Tuesday 24 Nov 2020 | 17:31 | SYDNEY
Tuesday 24 Nov 2020 | 17:31 | SYDNEY

Is the counter-terrorism-industrial complex in retreat?


Sam Roggeveen


23 January 2008 10:23

The Sydney Morning Herald had some welcome news on the weekend: the Rudd Government, as part of its shake-up of national security policy, will 'consider putting more resources into building relationships with vulnerable local communities rather than solely pumping more funds into intelligence agencies'. Today, The Australian points to another small measure of regained sanity in our counter-terrorism policy: the number of sky marshals on international flights is going to be cut. The Liberal opposition's hysterical reaction demonstrates how politically difficult it is for governments to make even such modest changes:

Opposition justice spokesman Christopher Pyne attacked the changes, although they were initiated during the time of the Howard government. "Unless they have information that the terrorist threat has diminished, it's potentially playing with people's lives to reduce ASO teams," he said.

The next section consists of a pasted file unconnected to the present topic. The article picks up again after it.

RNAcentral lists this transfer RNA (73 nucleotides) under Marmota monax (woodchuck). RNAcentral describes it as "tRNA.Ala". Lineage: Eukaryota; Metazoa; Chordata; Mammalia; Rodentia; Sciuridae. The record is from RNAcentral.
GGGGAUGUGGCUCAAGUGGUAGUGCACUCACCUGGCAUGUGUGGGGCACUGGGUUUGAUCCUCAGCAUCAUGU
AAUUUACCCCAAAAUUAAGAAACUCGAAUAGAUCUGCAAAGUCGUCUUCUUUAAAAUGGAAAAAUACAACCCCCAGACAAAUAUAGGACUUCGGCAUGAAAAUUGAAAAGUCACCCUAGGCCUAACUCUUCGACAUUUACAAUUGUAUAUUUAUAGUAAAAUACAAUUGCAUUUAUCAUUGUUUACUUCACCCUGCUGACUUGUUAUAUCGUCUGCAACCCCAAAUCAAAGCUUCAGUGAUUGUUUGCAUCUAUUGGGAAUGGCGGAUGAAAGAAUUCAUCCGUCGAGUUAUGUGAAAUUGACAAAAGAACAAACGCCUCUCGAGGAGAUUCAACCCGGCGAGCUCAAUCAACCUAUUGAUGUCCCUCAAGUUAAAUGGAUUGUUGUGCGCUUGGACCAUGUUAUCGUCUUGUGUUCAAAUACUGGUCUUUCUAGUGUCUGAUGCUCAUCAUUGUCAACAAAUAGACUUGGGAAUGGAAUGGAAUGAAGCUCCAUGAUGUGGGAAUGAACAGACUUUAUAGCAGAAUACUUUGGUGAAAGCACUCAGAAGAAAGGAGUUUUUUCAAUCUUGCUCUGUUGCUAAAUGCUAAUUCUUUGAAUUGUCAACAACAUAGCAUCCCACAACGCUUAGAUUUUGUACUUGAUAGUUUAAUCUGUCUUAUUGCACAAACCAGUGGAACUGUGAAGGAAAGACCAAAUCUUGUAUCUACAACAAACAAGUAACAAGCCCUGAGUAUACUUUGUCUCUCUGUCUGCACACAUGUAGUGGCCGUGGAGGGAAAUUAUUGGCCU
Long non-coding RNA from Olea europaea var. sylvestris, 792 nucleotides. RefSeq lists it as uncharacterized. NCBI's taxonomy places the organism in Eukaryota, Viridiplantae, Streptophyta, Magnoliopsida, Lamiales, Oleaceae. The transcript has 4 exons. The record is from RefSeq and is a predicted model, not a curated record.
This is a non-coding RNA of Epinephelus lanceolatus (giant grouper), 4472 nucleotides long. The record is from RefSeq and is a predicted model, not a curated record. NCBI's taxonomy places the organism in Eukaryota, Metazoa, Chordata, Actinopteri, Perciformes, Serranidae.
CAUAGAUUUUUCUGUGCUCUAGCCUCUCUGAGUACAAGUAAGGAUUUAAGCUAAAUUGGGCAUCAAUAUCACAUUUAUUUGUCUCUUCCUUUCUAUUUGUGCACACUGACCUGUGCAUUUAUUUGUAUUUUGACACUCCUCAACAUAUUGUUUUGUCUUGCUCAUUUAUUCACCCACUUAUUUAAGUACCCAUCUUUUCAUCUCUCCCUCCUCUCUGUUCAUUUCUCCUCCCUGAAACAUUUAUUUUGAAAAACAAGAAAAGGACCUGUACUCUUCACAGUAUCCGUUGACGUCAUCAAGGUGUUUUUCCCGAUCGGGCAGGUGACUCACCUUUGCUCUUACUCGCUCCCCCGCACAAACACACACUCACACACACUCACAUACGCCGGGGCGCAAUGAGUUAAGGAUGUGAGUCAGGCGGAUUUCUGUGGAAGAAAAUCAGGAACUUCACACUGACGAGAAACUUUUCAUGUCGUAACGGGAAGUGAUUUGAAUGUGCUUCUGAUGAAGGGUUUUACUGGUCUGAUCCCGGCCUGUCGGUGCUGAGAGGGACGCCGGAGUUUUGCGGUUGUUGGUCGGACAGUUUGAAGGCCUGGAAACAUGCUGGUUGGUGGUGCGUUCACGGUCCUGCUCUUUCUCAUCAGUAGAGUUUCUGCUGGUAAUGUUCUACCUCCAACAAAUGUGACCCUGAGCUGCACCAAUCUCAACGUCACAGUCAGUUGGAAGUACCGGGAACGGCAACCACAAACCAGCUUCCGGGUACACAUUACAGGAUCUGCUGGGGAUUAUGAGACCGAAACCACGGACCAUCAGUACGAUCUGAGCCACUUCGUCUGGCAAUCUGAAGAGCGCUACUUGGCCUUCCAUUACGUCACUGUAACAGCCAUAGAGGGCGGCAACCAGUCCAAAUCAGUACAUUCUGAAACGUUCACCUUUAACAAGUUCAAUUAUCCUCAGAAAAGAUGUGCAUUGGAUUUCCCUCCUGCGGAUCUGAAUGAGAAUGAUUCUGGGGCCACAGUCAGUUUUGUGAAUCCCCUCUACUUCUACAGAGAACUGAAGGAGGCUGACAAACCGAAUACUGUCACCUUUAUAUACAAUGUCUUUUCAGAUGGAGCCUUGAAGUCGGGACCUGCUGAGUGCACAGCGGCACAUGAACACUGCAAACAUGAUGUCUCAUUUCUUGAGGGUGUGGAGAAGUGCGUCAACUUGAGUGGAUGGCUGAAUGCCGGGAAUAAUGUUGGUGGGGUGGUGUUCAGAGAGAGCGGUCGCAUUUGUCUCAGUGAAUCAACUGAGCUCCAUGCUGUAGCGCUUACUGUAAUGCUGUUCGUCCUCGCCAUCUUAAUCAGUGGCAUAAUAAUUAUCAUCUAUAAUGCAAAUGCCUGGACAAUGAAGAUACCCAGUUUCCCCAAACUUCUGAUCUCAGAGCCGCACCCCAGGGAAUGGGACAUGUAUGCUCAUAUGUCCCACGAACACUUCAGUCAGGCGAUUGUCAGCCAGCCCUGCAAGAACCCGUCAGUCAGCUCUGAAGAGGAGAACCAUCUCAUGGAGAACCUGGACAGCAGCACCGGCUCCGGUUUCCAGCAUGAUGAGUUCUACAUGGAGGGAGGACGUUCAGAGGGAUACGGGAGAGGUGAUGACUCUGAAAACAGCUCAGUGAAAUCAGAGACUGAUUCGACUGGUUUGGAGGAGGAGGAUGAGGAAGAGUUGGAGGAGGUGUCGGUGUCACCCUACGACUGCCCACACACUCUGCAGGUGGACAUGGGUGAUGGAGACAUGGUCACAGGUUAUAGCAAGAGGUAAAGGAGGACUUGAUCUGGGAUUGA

You have to get to the bottom paragraph of the story to understand why this is a massive over-reaction:

Executive director of the Australian Homeland Security Research Centre Athol Yates said he was not surprised to hear of the changes to the program, which he said was of "questionable" security value. "Hardening the cockpit doors and changing the protocols for hijacking has made it harder for terrorists to get weapons on board an aircraft and take control of it," he said.

Not that the government itself is shouting about this change from the rooftops, with the report saying Home Affairs Minister Bob Debus refused to comment. It is still politically suicidal to even hint at the idea that the terrorist threat is perhaps not as overwhelming as the previous government portrayed.

Photo by Flickr user geistbear, used under a Creative Commons licence.